Sen. Daniel Inouye continues to urge passage of a massive spending bill loaded with thousands of earmarks
POSTED: 1:30 a.m. HST, Nov 16, 2010
LAST UPDATED: 1:54 a.m. HST, Nov 16, 2010
WASHINGTON » In a further tea party win over the Senate GOP establishment, the top Republican in the chamber yesterday unexpectedly fell into line behind demands by House leaders for a moratorium on pork-barrel projects known as "earmarks."
The abrupt surrender by Minority Leader Mitch McConnell represented just the latest insurgent victory over GOP regulars like the Kentucky Republican, who had backed several establishment candidates who lost nominations to tea party-backed candidates earlier this year.
Earmarking is the longtime Washington practice in which lawmakers insert money for home-state projects into spending bills. Critics say the practice creates a go-along-get-along mindset that ensures that Washington spending goes unchecked.
McConnell's move heads off a battle with conservative Republican senators who had signaled that they would force a vote today on banning the practice. That vote is now a formality.
"Nearly every day that the Senate's been in session for the past two years, I have come down to this spot and said that Democrats are ignoring the wishes of the American people," McConnell said from the Senate floor. "When it comes to earmarks, I won't be guilty of the same thing."
House GOP leaders had already endorsed a ban on earmarking, and McConnell's move signaled a recognition that earmarks were on their way out.
McConnell, a 26-year veteran of the Senate and longtime member of the Appropriations Committee, had argued in the past that banning earmarks would shift too much power to President Barack Obama and wouldn't save taxpayers any money.
"I know the good that has come from the projects I have helped support throughout my state. I don't apologize for them," he said. "But there is simply no doubt that the abuse of this practice has caused Americans to view it as a symbol of the waste and the out-of-control spending that every Republican in Washington is determined to fight."
Obama, who endorsed a crackdown on earmarks on Saturday, praised McConnell's move.
"We can't stop with earmarks as they represent only part of the problem," Obama said in a statement. "I look forward to working with Democrats and Republicans to not only end earmark spending, but to find other ways to bring down our deficits for our children."
Just hours before McConnell spoke, Sen. Jim DeMint, R-S.C., promoted the ban in remarks to tea party activists at a Capitol rally.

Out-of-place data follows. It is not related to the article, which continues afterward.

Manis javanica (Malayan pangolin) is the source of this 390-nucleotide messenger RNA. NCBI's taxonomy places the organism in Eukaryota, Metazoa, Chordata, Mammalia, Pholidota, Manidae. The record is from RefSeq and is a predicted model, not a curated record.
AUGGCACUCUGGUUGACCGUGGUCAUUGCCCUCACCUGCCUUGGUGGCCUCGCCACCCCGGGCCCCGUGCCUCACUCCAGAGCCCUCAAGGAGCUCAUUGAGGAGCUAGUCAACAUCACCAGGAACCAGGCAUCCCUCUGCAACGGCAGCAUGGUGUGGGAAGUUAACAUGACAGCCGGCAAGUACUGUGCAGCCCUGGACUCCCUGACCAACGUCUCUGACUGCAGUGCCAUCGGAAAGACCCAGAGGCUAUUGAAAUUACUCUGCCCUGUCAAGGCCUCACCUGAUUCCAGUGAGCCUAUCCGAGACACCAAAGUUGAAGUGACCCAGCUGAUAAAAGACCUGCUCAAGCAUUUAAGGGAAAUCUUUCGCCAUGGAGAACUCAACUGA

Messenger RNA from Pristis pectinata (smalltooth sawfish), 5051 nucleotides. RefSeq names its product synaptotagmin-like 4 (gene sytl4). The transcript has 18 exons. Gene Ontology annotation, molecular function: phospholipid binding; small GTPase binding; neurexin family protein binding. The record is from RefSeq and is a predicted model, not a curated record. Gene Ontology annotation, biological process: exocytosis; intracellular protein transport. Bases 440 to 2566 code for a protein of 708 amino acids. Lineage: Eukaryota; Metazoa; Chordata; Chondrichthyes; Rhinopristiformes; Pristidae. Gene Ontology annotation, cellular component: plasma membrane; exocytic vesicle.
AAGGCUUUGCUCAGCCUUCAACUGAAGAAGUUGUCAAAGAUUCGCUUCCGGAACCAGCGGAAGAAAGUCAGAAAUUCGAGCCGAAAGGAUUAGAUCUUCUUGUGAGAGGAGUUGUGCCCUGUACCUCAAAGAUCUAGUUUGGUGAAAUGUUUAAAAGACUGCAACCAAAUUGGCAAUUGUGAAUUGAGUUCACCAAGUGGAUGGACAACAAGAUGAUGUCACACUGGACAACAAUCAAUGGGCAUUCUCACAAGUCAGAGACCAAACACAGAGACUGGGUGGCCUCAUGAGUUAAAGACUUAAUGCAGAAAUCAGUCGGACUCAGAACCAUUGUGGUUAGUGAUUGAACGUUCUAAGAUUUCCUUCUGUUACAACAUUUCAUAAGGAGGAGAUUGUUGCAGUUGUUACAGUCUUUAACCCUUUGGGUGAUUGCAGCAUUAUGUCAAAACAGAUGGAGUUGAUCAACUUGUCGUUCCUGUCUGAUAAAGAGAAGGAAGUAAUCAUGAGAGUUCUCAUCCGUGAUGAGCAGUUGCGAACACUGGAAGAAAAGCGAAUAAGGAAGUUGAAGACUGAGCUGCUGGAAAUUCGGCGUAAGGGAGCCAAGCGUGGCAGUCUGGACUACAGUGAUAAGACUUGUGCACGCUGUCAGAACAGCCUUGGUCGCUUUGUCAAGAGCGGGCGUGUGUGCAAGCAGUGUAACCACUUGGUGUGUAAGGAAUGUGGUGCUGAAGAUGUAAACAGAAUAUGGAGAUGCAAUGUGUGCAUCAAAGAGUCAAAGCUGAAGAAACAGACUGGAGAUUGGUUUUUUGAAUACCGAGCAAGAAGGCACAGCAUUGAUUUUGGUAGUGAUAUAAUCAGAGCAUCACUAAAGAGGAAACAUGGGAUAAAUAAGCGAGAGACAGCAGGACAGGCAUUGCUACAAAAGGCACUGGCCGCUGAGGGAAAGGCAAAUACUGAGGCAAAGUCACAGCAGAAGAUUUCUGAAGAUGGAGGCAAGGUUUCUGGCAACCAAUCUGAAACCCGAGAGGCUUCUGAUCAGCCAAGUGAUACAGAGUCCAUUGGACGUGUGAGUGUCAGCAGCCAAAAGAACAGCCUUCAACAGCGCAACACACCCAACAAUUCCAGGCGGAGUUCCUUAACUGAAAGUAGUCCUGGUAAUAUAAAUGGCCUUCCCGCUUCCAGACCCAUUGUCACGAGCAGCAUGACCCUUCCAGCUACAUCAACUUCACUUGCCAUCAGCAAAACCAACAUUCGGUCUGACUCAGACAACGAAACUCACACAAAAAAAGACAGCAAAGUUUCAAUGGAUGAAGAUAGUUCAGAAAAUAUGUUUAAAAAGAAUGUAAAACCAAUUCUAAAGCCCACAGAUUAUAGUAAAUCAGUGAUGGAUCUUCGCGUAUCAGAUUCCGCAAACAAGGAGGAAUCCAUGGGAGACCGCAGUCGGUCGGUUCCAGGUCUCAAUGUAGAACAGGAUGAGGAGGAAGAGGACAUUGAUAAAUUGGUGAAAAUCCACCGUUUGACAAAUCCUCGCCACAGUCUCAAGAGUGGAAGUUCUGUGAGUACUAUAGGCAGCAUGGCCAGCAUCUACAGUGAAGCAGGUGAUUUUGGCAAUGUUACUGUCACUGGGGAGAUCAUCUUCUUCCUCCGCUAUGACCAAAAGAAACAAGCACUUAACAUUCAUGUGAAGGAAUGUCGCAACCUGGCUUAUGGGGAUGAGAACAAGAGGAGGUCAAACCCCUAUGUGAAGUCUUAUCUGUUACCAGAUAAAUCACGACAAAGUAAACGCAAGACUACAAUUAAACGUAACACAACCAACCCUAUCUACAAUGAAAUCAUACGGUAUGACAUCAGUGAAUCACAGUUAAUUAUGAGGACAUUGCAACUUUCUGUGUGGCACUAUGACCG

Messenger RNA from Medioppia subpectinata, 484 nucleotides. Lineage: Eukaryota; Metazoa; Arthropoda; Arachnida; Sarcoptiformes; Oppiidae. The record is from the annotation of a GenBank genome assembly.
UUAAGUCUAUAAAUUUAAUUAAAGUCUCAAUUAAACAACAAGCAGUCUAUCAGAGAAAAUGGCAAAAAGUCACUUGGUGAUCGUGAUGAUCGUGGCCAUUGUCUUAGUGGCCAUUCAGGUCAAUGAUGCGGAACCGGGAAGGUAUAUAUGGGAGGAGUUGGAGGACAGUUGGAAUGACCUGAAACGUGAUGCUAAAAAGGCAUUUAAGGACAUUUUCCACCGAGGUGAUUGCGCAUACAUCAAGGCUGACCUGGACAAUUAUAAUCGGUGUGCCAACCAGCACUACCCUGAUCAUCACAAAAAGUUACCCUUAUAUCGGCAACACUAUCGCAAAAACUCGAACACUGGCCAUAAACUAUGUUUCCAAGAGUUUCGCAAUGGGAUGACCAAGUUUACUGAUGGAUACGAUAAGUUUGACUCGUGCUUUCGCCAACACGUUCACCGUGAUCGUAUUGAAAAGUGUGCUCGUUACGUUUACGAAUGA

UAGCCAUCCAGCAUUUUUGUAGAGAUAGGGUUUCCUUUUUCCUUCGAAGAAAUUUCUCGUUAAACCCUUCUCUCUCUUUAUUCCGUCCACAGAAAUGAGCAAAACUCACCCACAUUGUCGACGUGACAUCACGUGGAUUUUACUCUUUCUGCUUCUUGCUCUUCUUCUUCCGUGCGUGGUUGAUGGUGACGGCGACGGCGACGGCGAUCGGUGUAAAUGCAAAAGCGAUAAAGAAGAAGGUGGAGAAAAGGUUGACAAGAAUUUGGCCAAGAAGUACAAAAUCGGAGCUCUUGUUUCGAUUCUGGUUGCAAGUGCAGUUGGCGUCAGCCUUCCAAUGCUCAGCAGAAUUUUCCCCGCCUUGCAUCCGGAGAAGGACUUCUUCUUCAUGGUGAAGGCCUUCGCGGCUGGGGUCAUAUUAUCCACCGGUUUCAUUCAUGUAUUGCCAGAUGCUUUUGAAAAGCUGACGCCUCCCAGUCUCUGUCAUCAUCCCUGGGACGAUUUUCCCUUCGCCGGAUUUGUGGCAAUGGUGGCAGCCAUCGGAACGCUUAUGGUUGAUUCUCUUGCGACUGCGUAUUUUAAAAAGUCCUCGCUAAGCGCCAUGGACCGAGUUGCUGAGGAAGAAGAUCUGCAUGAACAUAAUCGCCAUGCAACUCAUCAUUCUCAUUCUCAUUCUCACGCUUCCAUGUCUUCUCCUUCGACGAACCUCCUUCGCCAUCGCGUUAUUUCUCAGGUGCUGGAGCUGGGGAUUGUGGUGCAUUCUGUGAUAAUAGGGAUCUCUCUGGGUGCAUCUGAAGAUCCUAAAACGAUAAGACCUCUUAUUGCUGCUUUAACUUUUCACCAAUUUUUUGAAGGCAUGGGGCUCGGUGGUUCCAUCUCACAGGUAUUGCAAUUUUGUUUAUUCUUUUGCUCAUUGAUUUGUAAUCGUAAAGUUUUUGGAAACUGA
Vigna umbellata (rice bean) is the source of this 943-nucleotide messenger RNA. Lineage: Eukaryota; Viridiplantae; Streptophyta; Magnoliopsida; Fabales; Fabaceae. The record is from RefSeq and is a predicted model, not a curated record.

"Tomorrow, the Republicans in the Senate are going to start answering that question: Have we learned our lesson? Are we going to go a different way?" DeMint said. "If the Senate Republicans fail to pass a ban on earmarks tomorrow, obviously they have not gotten the message."
The developments took Senate Democrats, who remain the majority party in the chamber, by surprise, and top Democrats said they stand by the practice. A spokesman for Majority Leader Harry Reid, freshly re-elected after a campaign in which he boasted of his ability to bring home the bacon to Nevada, said Reid believes it's up to each senator to decide whether they'll seek earmarks.
"From delivering $100 million in military projects for Nevada to funding education and public transportation projects in the state, Sen. Reid makes no apologies for delivering for the people of Nevada," Reid spokesman Jim Manley said. "He will always fight to ensure the state's needs are met."
For his part, Appropriations Committee Chairman Daniel Inouye said that the lame-duck Congress should try to pass a huge omnibus spending bill, along with its thousands of earmarks.
The Hawaii Democrat delivers hundreds of millions of dollars to his state each year.
"It is vitally important that we complete work on appropriations bills that contain 99 percent of funds that are not earmarked, and only 1 percent that are," said Inouye.
But McConnell's move also forestalls a possible fight with the House, where Speaker-to-be John Boehner, R-Ohio, poised to become the most powerful Republican in Washington, had put people on notice that there won't be any earmarks in spending bills.
"House and Senate Republican leaders are listening to the American people and are united in support of an earmark ban," Boehner said. "This is a strong first step -- though only a first step -- towards making the tough choices required to get our country back on track."